a compatible Canon or PictBridge-enabled photo printer.
The zoom and scroll feature lets you
enlarge the picture up to 10X, and then scroll around
in the zoomed-in area. It's nice and fast!
By pressing the metering/sound recording
button on the back of the camera, you can add voice
clips of up to 60 seconds per photo.
If you've recorded a movie, an editing
function lets you trim unwanted frames from the beginning
or end of it.
By default, the S70 doesn't give you
much info about your photos. But press the display
button and you'll get plenty of details, as well as
The camera moves between photos at
a decent clip, with about a 0.9 second delay between
high res photos.
How Does it Compare?
The Canon PowerShot S70 is a good
choice for someone wanting an ultra-high resolution
camera with a wide-angle lens and compact body. With
7 Megapixels at your disposal, you can make enormous
prints. Noise levels are higher than the 5 Megapixel
cameras of days past, but not as bad as the 8 Megapixel
models that were introduced earlier this year. The
S70's photos are colorful, sharp, and well-exposed.
One of the nicest features of the S70 is its 3.6X zoom
lens, which starts at 28 mm (not too common these days).
But with that wide lens come some tradeoffs: moderate
barrel distortion, blurry edges/corners, and more purple
fringing (than the PowerShot G6, which uses the same
sensor). Telephoto-lovers will also be disappointed
in the S70's 100 mm telephoto end, though that can
be improved upon by using the optional 2X teleconverter.
The S70 has a compact (but not too compact) metal body
which is well designed, save for the door over the
memory card and battery slots. One negative about that
compact body is that the lens and flash are placed
closely together, producing quite a bit of redeye in
The S70 has a full suite of manual
controls, including shutter speed, white balance, and
focus. A nice feature is the ability to bracket for
focus, which comes in handy in tough focusing situations.
Low light focusing is good, thanks to the S70's AF-assist
lamp. I found the LCD to be on the "dark side" in
those situations, though, since it doesn't gain up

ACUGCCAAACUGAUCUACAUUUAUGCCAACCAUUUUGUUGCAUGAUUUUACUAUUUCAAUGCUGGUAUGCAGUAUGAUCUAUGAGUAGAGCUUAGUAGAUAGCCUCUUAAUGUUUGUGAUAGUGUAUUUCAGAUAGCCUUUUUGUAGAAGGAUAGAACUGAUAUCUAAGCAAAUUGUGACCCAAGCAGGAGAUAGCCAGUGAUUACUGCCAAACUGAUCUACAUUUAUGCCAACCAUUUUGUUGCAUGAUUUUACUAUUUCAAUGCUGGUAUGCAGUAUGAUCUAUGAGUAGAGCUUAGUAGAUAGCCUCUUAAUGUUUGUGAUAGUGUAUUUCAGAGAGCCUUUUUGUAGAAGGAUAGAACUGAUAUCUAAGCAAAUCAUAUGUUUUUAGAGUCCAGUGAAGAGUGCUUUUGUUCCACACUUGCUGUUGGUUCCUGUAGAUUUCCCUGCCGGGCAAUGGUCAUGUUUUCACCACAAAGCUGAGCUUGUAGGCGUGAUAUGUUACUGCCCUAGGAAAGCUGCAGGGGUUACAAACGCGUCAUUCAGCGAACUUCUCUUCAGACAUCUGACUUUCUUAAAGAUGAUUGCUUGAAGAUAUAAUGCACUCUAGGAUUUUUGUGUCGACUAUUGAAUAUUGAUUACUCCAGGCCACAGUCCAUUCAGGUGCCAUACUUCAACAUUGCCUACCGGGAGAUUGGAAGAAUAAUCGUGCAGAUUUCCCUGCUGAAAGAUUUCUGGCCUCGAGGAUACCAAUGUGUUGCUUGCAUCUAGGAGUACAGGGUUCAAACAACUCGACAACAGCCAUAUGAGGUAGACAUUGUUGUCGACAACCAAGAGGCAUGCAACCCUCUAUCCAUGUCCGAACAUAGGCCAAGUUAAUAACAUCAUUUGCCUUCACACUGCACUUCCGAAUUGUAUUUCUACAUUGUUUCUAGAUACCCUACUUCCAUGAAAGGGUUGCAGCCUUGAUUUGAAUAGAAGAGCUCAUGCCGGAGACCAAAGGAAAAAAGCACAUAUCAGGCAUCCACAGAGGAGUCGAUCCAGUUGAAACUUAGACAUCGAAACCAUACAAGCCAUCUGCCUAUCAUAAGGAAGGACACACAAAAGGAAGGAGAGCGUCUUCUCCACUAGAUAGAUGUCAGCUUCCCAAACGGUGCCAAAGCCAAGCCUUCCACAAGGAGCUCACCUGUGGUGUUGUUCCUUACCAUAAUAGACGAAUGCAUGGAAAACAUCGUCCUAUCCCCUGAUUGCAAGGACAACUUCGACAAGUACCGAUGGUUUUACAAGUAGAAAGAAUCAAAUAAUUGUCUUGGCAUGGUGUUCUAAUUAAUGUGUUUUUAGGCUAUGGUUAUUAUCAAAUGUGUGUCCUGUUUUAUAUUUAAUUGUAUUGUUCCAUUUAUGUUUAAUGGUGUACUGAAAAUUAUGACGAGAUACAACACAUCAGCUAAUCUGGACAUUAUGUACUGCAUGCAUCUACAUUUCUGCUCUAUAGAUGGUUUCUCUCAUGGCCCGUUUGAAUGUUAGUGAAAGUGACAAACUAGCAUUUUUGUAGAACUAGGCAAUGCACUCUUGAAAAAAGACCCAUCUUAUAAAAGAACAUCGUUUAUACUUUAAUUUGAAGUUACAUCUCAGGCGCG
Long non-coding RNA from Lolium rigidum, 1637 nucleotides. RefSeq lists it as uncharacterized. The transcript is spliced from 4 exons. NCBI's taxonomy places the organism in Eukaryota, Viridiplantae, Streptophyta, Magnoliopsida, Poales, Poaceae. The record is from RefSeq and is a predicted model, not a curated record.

A few other things worth mentioning:
there's no live histogram in record mode (still!) and
the movie mode isn't so hot due to its time limit and
sluggish frame rate.
Between the PowerShot G6 and S70,
I think the former is clearly the better choice for
photographers. If you want something with a smaller
body and wider lens, the S70 gets the nod. I do believe
that most folks don't really need 7 Megapixels of resolution,
and with that in mind I'd recommend looking at the
PowerShot S60 to save yourself a few bucks. Regardless
of which model you choose, all three cameras take good
pictures, while offering good performance and plenty
of manual features.
What I liked:
- Good photo quality (though see
- Lens starts at 28 mm
- Full manual controls
- Robust performance
- AF-assist lamp
- Supports telephoto conversion lens
and underwater case
- Can save favorite settings to spot
on mode dial
- RAW image format supported
- Good battery life for a smaller
- Nice software bundle
What I didn't care for:
- Softness around edges and corners
- Above average purple fringing and
- Redeye is a problem
- Vignetting in wide-angle flash
- Cheap plastic door over memory
card / battery compartment
- Not much telephoto power (but a
conversion lens is available)
- No live histogram in record mode
- Movie mode limited to 30 secs,
10 frames/sec at highest resolution
Some other high resolution, wide-angle
cameras to consider include the Canon PowerShot Pro1 and S60, Fuji
FinePix E510, Konica
Minolta DiMAGE A200, Nikon Coolpix 5400 and 8400,
Olympus C-5060 and C-8080 Wide
Zoom, and the Sony
While it's not a wide-angle camera,
G6 shares the same CCD and most of the features
of the S70 -- and it takes better pictures to boot.
As always, I recommend a trip down
to your local reseller to try out the PowerShot S70
and its competitors before you buy!
See how the photos turned out in
Want another opinion?
Read other reviews at Steve's
Digicams and Imaging